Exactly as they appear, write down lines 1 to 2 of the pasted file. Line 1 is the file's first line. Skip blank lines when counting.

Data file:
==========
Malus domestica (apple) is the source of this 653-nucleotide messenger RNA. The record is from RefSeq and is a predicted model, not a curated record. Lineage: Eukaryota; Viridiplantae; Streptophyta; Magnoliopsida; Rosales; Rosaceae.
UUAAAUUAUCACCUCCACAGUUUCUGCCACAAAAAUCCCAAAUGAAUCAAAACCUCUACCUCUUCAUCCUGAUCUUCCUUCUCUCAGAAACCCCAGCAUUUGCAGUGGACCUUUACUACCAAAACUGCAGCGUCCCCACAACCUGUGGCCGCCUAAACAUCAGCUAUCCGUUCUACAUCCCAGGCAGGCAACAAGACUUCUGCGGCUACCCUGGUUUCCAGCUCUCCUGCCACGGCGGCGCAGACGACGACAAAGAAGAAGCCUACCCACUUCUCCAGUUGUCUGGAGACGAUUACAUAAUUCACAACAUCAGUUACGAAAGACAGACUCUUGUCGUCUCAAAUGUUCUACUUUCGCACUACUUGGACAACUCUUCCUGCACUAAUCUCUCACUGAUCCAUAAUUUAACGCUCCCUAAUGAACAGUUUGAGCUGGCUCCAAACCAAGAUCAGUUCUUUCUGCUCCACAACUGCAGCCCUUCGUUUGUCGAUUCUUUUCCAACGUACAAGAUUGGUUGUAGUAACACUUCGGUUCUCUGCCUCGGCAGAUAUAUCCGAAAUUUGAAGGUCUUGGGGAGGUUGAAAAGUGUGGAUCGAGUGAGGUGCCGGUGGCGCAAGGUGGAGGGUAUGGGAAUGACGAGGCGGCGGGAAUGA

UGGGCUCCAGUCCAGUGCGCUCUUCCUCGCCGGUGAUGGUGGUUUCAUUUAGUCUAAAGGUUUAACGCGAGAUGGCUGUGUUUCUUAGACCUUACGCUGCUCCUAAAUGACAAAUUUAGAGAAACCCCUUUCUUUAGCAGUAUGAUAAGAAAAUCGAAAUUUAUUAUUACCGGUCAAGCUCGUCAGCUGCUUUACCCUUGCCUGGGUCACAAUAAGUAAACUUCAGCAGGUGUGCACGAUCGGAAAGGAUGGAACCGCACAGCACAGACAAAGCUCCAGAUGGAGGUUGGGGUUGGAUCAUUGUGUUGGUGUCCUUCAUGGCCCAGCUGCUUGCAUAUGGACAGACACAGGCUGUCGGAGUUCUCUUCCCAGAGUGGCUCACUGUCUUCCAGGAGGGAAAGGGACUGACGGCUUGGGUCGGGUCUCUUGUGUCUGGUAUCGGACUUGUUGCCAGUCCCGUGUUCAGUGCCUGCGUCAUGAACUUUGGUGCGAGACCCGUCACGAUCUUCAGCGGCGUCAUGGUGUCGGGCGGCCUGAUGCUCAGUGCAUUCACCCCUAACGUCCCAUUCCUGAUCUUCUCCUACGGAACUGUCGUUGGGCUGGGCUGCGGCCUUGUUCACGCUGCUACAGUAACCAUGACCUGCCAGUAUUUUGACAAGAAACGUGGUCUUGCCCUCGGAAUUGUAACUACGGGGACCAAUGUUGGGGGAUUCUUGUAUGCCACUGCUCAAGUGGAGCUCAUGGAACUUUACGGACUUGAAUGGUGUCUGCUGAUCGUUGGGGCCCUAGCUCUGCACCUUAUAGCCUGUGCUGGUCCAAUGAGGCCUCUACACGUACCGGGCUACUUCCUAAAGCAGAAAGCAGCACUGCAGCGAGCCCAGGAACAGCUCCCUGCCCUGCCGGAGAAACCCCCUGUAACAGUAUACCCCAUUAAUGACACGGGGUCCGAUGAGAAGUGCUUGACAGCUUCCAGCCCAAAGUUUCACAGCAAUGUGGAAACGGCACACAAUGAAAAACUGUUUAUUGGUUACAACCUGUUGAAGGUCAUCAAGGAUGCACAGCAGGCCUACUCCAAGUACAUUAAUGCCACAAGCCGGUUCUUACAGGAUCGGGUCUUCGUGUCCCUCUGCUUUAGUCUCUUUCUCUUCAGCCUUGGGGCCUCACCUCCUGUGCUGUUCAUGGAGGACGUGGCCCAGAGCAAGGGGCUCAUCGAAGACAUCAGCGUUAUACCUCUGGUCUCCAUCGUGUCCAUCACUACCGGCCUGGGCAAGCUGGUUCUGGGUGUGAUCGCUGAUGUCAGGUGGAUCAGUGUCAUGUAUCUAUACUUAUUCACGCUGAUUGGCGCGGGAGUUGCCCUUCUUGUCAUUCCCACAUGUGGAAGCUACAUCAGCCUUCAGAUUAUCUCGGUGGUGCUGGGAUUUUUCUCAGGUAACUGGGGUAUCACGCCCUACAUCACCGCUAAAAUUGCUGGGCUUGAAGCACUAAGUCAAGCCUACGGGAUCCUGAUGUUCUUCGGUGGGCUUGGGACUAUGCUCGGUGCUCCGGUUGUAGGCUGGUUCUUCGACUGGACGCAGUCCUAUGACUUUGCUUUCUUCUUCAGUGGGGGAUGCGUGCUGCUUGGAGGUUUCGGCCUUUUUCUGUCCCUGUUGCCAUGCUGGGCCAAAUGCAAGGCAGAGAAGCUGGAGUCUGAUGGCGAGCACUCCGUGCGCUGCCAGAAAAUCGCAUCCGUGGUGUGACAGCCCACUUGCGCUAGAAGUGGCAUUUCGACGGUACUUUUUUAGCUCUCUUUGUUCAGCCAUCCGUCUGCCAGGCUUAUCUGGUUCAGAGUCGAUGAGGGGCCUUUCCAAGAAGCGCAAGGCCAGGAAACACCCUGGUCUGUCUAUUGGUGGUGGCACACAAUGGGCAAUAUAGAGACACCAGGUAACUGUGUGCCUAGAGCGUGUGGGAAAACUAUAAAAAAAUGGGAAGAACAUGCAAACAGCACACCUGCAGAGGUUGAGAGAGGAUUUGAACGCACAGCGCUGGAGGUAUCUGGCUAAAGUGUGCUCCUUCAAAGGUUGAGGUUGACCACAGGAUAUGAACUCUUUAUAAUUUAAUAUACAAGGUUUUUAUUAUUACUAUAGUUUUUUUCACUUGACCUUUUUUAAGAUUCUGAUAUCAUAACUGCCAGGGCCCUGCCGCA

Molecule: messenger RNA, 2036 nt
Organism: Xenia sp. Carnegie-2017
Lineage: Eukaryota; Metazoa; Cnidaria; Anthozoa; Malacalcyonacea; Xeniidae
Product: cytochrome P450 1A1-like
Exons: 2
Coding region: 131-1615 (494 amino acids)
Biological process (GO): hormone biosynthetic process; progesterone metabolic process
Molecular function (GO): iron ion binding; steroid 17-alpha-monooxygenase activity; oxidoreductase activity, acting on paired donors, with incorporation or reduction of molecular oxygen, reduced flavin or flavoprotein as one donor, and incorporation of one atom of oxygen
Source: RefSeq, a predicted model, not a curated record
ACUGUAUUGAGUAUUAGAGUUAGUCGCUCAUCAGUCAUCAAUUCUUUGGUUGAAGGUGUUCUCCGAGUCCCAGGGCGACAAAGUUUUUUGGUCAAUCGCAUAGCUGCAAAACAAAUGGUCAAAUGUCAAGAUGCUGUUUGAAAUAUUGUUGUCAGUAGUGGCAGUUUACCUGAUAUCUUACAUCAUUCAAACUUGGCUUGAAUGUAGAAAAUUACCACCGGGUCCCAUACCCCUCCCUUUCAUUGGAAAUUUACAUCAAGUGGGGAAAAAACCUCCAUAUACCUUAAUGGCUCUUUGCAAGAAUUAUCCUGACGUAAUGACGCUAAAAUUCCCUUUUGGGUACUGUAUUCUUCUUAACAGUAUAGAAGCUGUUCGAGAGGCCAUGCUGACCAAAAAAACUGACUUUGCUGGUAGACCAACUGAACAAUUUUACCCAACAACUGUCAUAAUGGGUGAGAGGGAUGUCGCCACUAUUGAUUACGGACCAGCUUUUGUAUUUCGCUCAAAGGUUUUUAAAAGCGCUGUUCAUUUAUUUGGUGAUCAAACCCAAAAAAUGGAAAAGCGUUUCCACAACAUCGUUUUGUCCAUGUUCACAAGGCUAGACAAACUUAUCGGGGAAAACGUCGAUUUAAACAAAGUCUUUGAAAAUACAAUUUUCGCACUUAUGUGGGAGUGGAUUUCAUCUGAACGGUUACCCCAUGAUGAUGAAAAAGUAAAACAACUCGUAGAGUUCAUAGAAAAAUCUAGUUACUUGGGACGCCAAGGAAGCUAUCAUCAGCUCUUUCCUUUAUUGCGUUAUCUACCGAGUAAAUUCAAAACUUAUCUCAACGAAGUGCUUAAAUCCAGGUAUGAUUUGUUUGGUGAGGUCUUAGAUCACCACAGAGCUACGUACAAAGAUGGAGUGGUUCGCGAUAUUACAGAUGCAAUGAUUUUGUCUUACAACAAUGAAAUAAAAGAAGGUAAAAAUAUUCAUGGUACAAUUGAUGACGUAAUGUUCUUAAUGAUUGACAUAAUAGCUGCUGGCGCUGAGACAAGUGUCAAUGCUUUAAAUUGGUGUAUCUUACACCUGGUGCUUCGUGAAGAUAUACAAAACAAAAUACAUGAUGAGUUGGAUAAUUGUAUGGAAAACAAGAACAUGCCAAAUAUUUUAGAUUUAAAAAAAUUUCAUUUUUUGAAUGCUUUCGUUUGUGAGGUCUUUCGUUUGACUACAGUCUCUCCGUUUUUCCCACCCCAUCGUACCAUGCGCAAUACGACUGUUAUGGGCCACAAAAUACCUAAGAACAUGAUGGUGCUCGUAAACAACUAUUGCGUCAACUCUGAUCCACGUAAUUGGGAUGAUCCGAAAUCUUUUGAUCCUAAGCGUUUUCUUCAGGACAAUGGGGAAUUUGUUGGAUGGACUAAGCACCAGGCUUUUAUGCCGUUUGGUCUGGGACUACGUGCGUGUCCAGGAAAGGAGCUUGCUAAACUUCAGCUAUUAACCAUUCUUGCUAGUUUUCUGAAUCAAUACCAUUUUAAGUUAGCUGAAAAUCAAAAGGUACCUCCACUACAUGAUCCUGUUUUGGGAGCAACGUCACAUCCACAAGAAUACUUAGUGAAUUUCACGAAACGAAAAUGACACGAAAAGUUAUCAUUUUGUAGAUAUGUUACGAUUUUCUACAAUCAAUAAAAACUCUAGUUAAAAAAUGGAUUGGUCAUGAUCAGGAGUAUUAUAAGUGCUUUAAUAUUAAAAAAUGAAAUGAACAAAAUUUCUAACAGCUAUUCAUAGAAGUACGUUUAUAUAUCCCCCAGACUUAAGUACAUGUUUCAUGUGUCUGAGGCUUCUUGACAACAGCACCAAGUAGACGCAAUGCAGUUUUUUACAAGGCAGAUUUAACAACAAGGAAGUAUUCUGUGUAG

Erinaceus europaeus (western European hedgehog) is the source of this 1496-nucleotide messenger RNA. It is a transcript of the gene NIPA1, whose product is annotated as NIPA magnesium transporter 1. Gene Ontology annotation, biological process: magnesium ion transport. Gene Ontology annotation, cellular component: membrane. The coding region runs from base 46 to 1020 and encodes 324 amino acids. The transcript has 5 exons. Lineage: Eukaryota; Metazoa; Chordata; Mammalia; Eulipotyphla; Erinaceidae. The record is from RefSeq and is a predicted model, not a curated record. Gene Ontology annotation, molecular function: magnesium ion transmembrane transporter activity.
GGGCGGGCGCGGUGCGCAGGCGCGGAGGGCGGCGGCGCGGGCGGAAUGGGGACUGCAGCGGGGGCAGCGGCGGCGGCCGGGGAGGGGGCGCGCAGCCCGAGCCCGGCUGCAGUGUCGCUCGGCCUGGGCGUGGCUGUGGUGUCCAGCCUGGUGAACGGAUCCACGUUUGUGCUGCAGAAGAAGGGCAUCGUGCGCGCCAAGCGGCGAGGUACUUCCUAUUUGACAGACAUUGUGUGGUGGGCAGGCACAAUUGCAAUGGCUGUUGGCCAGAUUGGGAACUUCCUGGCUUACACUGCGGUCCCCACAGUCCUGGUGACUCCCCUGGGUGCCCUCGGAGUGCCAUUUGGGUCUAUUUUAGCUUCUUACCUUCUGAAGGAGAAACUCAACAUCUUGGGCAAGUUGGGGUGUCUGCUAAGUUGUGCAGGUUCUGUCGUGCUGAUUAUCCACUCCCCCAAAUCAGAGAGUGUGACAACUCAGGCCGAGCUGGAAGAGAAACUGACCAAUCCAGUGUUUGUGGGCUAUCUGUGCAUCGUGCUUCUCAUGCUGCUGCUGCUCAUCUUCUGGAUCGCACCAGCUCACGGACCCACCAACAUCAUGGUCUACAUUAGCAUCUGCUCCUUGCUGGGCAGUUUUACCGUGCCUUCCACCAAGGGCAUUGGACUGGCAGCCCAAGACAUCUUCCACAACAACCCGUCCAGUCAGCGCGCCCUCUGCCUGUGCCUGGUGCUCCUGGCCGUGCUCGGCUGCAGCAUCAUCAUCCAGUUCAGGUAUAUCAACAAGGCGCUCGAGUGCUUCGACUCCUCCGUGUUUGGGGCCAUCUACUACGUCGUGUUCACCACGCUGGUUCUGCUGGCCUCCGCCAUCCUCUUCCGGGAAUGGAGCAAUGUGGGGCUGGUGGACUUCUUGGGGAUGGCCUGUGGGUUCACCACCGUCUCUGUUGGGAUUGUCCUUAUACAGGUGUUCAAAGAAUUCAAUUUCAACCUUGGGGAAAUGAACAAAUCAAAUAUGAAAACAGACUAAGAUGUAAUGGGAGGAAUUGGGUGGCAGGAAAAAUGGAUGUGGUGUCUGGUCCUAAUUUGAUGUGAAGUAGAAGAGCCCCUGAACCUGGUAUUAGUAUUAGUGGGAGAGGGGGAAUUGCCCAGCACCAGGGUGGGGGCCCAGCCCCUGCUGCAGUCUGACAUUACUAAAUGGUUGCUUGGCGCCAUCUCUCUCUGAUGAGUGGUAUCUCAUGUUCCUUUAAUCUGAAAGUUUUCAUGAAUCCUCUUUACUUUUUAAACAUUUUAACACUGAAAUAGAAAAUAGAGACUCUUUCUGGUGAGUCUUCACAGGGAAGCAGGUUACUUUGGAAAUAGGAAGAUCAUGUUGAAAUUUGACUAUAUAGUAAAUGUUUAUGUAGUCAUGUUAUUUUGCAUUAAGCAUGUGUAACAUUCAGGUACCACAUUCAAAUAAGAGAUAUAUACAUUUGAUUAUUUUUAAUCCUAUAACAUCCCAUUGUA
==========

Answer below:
Malus domestica (apple) is the source of this 653-nucleotide messenger RNA. The record is from RefSeq and is a predicted model, not a curated record. Lineage: Eukaryota; Viridiplantae; Streptophyta; Magnoliopsida; Rosales; Rosaceae.
UUAAAUUAUCACCUCCACAGUUUCUGCCACAAAAAUCCCAAAUGAAUCAAAACCUCUACCUCUUCAUCCUGAUCUUCCUUCUCUCAGAAACCCCAGCAUUUGCAGUGGACCUUUACUACCAAAACUGCAGCGUCCCCACAACCUGUGGCCGCCUAAACAUCAGCUAUCCGUUCUACAUCCCAGGCAGGCAACAAGACUUCUGCGGCUACCCUGGUUUCCAGCUCUCCUGCCACGGCGGCGCAGACGACGACAAAGAAGAAGCCUACCCACUUCUCCAGUUGUCUGGAGACGAUUACAUAAUUCACAACAUCAGUUACGAAAGACAGACUCUUGUCGUCUCAAAUGUUCUACUUUCGCACUACUUGGACAACUCUUCCUGCACUAAUCUCUCACUGAUCCAUAAUUUAACGCUCCCUAAUGAACAGUUUGAGCUGGCUCCAAACCAAGAUCAGUUCUUUCUGCUCCACAACUGCAGCCCUUCGUUUGUCGAUUCUUUUCCAACGUACAAGAUUGGUUGUAGUAACACUUCGGUUCUCUGCCUCGGCAGAUAUAUCCGAAAUUUGAAGGUCUUGGGGAGGUUGAAAAGUGUGGAUCGAGUGAGGUGCCGGUGGCGCAAGGUGGAGGGUAUGGGAAUGACGAGGCGGCGGGAAUGA